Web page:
CYCLONE Debbie delivered flooding rains, devastating winds and paralysed the state. But in its aftermath, it could deliver a windfall worth billions to Federal coffers.

THE catastrophic destruction delivered by Tropical Cyclone Debbie earlier this year is still yet to be fully calculated, with Federal Budget papers warning that the price of repairs and rebuilding across Queensland and New South Wales could punch a hole in the budget.

The enormity of the storm, which struck the east coast on March 28 caused so much disruption that Budget papers suggest it slowed national growth.

It also did tremendous damage to the supply lines that feed steel-making coal to the world.

Cyclone Debbie's impact on the world market was felt swiftly as Queensland's coal suddenly became more scarce. The sudden change in supply pushed coal prices to above US$300 a tonne - almost three times the average.

Thermal coal - used for electricity - has also increased in value.

Although prices are already returning to normal after the storm, the bean counters at Treasury have calculated just how much that spike is worth.

If the price of coal stays at US$200 a tonne for just six months, it is worth $4.4 billion to the national economy and $1 billion in revenue for federal accounts by mid-2019.

However, if the price plummets back down to US$120 a tonne. That extra money vanishes.

The Tropical Cyclone struck Central Queensland, before ultimately striking huge parts of inland Queensland, flooding the Fitzroy River in Rockhampton then delivering huge volumes of rain and devastating winds to south-east Queensland and northern NSW.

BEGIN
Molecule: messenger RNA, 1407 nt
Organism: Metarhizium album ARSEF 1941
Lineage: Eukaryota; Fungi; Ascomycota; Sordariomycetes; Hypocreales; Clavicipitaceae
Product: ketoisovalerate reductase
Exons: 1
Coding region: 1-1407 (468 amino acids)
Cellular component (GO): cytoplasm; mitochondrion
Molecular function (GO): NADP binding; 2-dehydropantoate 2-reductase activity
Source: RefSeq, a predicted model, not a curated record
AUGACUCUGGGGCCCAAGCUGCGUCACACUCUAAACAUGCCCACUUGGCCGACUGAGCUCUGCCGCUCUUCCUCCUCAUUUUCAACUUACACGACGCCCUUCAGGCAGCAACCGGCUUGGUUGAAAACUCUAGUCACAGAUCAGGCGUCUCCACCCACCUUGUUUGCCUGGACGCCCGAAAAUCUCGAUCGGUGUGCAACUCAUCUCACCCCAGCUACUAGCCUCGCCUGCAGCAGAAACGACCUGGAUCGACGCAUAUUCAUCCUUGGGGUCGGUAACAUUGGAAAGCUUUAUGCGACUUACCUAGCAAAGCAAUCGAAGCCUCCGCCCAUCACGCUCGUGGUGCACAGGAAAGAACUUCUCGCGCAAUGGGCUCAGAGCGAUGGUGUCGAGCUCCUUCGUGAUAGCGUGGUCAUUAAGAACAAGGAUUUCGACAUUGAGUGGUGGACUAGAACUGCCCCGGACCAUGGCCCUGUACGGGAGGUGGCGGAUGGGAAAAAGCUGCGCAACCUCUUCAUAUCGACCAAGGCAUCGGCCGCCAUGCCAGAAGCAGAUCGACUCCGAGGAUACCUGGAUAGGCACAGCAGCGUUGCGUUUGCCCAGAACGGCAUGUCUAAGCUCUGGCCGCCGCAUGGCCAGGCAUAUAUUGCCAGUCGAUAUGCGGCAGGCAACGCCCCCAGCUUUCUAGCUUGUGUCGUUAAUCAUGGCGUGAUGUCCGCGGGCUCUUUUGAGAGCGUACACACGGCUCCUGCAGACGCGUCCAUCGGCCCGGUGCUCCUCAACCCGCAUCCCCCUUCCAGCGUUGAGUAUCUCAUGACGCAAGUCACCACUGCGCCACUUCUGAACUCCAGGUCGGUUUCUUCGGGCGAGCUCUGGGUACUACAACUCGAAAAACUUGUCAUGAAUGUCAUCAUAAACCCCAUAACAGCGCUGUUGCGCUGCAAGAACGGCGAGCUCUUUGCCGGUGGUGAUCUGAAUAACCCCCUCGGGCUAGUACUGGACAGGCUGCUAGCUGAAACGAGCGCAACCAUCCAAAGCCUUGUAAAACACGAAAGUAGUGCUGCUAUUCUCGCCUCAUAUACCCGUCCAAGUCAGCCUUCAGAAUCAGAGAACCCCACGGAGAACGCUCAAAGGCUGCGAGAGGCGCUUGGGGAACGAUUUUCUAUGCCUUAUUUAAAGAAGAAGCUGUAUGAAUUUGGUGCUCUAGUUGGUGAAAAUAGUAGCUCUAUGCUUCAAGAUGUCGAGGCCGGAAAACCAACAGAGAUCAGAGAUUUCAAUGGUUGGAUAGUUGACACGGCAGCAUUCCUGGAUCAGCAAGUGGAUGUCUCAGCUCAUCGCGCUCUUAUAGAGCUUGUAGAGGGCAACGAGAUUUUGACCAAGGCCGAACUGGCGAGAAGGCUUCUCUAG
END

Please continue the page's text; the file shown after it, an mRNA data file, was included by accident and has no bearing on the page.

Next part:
Although almost $40 million has already been given to Queensland by the Federal Government in 2016-17 - following floods in September and storms in July - the dollar figure on damage by Cyclone Debbie is likely to dwarf that.

It is also likely to drive up the cost of fruit and vegetables "in the near term" according to Budget papers.

Tropical Cyclone Debbie's impact on Mackay specifically destroyed crops of capsicums, sugar cane and tomatoes.

"As a result of these agricultural losses, fruit and vegetable prices are expected to rise."

Beyond the impact of Cyclone Debbie, much of Central Queensland ranked little mention in Budget documents. There was no mention of funding for Rockwood Weir outside Rockhampton, and no mention of Mackay's Ring Road beyond Stage One.

The Walkerston Bypass outside of Mackay will be given a further $45 million funding, pushing the federal contribute to $120 million.

It will also spend $844 million on upgrading parts of the Bruce Highway, but the largest projects are focussed on south-east Queensland, although some will go to general upgrades of the highway.